Obama vows to maintain pressure on Al-Qaeda in Yemen
'We continue to go after high-value targets inside of Yemen,' Obama says
U.S. President Barack Obama pledged Sunday to maintain pressure on Al-Qaeda in Yemen, where the president and prime minister have resigned over the country’s deepening crisis involving a Shiite militia.
Obama said his priority was to make sure Americans in Yemen were safe, describing it as a “dangerous part of the world.”
“Our second priority is to maintain our counter-terrorism pressure on Al-Qaeda in Yemen and we have been doing that,” Obama said during a visit to New Delhi.
“I saw some news reports that suggested somehow that counter-terrorism activity had been suspended,” he told reporters.
“That is not accurate. We continue to go after high-value targets inside of Yemen and ... we will continue to maintain the pressure that is required to keep the American people safe.”
President Abdrabuh Mansur Hadi, a key U.S. ally in the fight against Al-Qaeda’s franchise based in Yemen, tendered his resignation along with Prime Minister Khalid Bahah on Thursday, saying he could no longer stay in office as his country was in “total deadlock.”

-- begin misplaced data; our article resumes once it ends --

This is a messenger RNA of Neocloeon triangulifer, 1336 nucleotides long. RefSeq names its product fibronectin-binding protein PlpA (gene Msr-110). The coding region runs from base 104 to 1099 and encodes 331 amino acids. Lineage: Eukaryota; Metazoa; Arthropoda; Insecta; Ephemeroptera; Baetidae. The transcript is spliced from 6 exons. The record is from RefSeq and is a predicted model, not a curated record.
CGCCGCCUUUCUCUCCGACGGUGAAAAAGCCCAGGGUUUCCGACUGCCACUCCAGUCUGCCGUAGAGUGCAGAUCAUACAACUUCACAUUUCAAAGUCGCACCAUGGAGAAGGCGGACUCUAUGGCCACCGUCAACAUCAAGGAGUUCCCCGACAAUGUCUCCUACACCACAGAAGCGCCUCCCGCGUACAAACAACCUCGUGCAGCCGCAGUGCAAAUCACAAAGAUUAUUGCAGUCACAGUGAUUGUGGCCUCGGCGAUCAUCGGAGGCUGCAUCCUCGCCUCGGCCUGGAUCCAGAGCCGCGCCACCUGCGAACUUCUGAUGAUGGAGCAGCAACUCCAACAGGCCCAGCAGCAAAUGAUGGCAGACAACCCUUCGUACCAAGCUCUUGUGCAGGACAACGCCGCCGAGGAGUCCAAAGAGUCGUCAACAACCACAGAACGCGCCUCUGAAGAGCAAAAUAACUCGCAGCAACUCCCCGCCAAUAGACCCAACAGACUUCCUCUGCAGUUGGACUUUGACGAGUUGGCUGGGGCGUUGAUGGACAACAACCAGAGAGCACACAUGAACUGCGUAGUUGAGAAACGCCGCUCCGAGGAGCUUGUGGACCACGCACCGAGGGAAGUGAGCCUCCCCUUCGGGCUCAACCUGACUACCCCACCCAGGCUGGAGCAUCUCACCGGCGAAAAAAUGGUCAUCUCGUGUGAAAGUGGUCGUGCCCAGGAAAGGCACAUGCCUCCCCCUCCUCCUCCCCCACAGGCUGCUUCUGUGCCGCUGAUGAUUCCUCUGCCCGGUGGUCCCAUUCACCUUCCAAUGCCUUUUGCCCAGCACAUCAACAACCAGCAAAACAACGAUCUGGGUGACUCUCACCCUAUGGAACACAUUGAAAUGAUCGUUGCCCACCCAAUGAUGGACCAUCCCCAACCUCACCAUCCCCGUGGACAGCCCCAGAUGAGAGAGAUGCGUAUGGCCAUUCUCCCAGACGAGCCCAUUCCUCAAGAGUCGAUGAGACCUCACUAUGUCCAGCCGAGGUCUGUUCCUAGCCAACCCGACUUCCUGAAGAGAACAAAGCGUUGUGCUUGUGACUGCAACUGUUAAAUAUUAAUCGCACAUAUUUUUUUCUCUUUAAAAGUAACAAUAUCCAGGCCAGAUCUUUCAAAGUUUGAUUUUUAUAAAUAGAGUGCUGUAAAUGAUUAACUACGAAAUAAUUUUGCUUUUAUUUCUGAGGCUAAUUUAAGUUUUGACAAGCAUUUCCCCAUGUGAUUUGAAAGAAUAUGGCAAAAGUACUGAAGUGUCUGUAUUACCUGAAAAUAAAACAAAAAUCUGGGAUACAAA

Yemen’s parliament on Sunday failed to convene to discuss the president’s resignation, prolonging a dangerous power vacuum.
The Shiite Houthi militia, who has controlled most of the capital since September, overran the presidential palace last week, prompting Hadi to step down, shortly after Bahah quit.
Obama ruled out a U.S. troop deployment in Yemen, saying his government was opting for “partnering and intelligence sharing” with Yemeni authorities in difficult circumstances.
“It is a long, arduous process. It is not neat and it is not simple,” he said.
“But it is the best option that we have and what we have shown is that we can maintain the kind of pressure on these terrorist networks, even in these kinds of difficult ... environments.”